The New Gen Ed Lottery System, Explained


Armed Individuals Sighted in Harvard Square Arraigned


Harvard Students Form Coalition Supporting Slave Photo Lawsuit's Demands


Police Apprehend Armed Man and Woman in Central Square


107 Faculty Called for Review of Tenure Procedures in Letter to Dean Gay

Radcliffe Crew Readies for Sprints

By Meredith M. Bagley, Contributing Writer

Radcliffe College may face an uncertain future, but Radcliffe crew knows exactly what lies ahead.

This weekend the varsity and lightweight crews travel to Lake Waramaug, Conn., for Eastern Sprints, taking on the region's best teams in a thrilling finale to the spring season.

For both teams, Sprints are the culmination of months of hard work, as well as a crucial step in the quest for national championships.

"Easterns is even a bigger prize than nationals," varsity captain Kate Tomford said. "Our region is incredibly strong, and it's always competitive to get to the finals."

Radcliffe varsity crew is currently ranked No. 2 in the NCAA Northeast Regional Rankings. A solid result at Sprints is necessary to maintain that position and qualify the team for the national championships, scheduled for May 28-30 in Sacramento, Calif.

The lightweight crew, while not affiliated with the NCAA, is also in the running for a national title. Champions in 1997, Radcliffe took second last year and hopes to reclaim the crown at this year's Intercollegiate Rowing Association (IRA) Championships, to be held May 27-29 in Mt. Laurel, N.J.

"We'll be going to IRA's no matter what," lightweight captain Rebecca Marks said, "but Sprints will definitely affect our ranking."

Varsity Faces Tough Field

The Radcliffe varsity, ranked No. 4 in the nation by the Eastern Association of Women's Rowing Colleges (EAWRC), is primed and ready for the weekend races.

Sixteen teams--including squads from the Northeast and the Central regions--compete at Sprints, making it one of the most competitive events of the year. Radcliffe's main opponent in the morning heat will be No. 3 University of Virginia (UVA), a team they have not faced this season.

"Princeton beat UVA, and we lost to Princeton," Tomford said. "But you never know--margins seem to shorten at Sprints and it's always competitive."

Not to be overlooked, however, is No. 10 Navy--a team that turned in a very strong performance this fall--which will also row in the heat.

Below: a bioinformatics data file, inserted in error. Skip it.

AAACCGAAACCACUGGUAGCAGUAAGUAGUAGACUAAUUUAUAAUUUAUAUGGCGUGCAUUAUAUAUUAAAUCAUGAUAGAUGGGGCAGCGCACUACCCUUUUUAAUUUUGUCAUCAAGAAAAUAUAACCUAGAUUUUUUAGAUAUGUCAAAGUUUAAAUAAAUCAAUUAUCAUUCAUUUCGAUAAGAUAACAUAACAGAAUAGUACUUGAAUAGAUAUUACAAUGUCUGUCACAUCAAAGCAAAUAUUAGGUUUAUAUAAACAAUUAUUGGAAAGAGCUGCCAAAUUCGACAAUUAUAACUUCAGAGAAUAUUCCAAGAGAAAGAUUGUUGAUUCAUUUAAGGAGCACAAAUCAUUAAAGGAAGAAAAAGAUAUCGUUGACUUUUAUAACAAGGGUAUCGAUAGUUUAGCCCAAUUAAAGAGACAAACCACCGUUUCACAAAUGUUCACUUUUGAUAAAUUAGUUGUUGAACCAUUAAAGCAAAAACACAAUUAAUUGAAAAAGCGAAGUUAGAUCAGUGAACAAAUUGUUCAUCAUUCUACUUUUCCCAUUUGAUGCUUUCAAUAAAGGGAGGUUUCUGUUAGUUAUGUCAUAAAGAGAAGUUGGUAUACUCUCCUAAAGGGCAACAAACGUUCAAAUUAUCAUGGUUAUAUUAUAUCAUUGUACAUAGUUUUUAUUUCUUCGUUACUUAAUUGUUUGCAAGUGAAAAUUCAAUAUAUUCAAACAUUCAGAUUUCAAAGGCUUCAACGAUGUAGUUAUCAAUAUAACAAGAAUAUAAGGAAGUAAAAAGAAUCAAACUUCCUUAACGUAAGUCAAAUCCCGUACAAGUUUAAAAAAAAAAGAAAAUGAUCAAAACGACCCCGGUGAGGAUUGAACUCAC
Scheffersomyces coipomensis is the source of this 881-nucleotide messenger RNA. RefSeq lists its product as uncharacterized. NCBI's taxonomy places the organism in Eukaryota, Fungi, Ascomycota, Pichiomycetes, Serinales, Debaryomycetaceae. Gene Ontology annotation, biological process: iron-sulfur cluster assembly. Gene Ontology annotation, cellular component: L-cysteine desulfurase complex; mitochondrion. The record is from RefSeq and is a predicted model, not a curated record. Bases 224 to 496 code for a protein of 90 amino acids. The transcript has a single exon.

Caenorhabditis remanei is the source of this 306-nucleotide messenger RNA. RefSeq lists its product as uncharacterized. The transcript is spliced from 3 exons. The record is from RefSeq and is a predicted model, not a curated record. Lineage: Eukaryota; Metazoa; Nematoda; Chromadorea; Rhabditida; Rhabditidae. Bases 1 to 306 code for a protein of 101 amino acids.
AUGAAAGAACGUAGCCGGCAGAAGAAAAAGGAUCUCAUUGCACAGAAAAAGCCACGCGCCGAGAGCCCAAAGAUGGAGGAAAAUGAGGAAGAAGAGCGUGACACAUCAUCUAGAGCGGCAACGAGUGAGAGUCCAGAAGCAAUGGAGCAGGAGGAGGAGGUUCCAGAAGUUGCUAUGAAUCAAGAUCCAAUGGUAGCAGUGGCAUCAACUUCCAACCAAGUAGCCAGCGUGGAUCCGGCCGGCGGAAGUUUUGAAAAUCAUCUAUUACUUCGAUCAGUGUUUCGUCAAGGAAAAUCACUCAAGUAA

"They've been getting faster and faster all season," junior Anne Browning said.

In addition to the varsity race, the JV eight and first varsity four also must make the finals for Radcliffe to maintain its regional ranking and qualify as a team for nationals.

"All the boats are equally important," varsity coxswain Diane Marks (no relation to Rebecca) said.

The JV eight is ranked No. 4 by the EAWRC, and holds the No. 2 seed in the Northeast region.

"We're really excited," junior stroke Lydia Walsh said. "You can't take anything for granted, but we've been working really well together and are aiming to make the finals."

The varsity four, ranked No. 4 in the region, has had a strong year also, led by veteran stroke Angela Miklavcic.

"They've been doing really well," Tomford said. "Last year they got us the points that put us over the edge for nationals."

The format of Sprints--three heats of six boats, the top two from each moving on to finals--is different from the usual spring races that pit two or three teams against each other in head-to-head competition.

"It's an intense atmosphere," Browning said. "Mentally you have to be on the same page."

Coxswains in particular face a challenge with the crowded racecourse.

"It a different kind of discipline," Diane Marks said. "You can't expect to know exactly where you are all the time, so you have be more flexible with your race plan."

Rowers also must adjust to the new format.

"It's exciting at the start," Browning said. "Boats are always making moves and there's more to stay mentally on top of."

Tomford emphasized that focus and discipline are imperative for success.

"You really have to focus on your own boat and get tunnel vision," she said.

Lightweights Look to Regain Title

The lightweight eight has also put together a banner year. Always a power in the region, Radcliffe is poised to win its second national title in three years.

"We've really come together as a boat," Rebecca Marks said. "We've settled into a line-up and have several moves we can count on for a strong race."

The lightweight division is smaller, and will be decided in only one race. Radcliffe faces Princeton, UVA, and Wisconsin. Princeton is the favored boat, with the remaining crews evenly ranked among national polls.

Radcliffe has squared off against UVA twice this year, losing by .6 seconds each time.

"We've picked up speed since then," Rebecca Marks said. "With four boats, anything can happen."

The expanded race format of Sprints is also a factor for the lightweight crews.

"You have to keep the focus on your boat," Rebecca Marks said, "but it's nothing we haven't done before."

Despite the different formats for varsity and lightweight crews, Radcliffe teams are united in their pursuit of excellence.

"Lights and heavies are very supportive of each other," Rebecca Marks said. "We respect each other's strengths and have excellent team cohesion."

With strong team chemistry and impressive rankings, Radcliffe is ready to take on the region's best this weekend.

"The slate is cleared," Tomford said. "You never know what can happen on one particular day, especially this year. We have a great shot at winning it all."

Want to keep up with breaking news? Subscribe to our email newsletter.